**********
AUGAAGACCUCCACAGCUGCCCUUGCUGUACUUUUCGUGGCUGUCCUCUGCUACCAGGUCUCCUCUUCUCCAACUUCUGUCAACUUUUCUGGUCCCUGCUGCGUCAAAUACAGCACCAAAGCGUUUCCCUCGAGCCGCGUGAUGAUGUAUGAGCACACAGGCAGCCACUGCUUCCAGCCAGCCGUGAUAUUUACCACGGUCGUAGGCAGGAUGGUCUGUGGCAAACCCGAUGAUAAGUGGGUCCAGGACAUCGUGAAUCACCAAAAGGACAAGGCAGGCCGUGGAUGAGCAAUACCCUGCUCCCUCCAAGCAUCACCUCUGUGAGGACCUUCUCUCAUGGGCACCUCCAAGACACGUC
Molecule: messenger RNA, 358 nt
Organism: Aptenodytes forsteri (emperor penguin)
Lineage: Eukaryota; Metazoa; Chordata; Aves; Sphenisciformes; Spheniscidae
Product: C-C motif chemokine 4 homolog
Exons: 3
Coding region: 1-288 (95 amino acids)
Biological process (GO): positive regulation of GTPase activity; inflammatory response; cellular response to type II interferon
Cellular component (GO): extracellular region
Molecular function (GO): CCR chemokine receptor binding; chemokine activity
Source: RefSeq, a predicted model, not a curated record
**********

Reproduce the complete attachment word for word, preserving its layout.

AUGAAGACCUCCACAGCUGCCCUUGCUGUACUUUUCGUGGCUGUCCUCUGCUACCAGGUCUCCUCUUCUCCAACUUCUGUCAACUUUUCUGGUCCCUGCUGCGUCAAAUACAGCACCAAAGCGUUUCCCUCGAGCCGCGUGAUGAUGUAUGAGCACACAGGCAGCCACUGCUUCCAGCCAGCCGUGAUAUUUACCACGGUCGUAGGCAGGAUGGUCUGUGGCAAACCCGAUGAUAAGUGGGUCCAGGACAUCGUGAAUCACCAAAAGGACAAGGCAGGCCGUGGAUGAGCAAUACCCUGCUCCCUCCAAGCAUCACCUCUGUGAGGACCUUCUCUCAUGGGCACCUCCAAGACACGUC
Molecule: messenger RNA, 358 nt
Organism: Aptenodytes forsteri (emperor penguin)
Lineage: Eukaryota; Metazoa; Chordata; Aves; Sphenisciformes; Spheniscidae
Product: C-C motif chemokine 4 homolog
Exons: 3
Coding region: 1-288 (95 amino acids)
Biological process (GO): positive regulation of GTPase activity; inflammatory response; cellular response to type II interferon
Cellular component (GO): extracellular region
Molecular function (GO): CCR chemokine receptor binding; chemokine activity
Source: RefSeq, a predicted model, not a curated record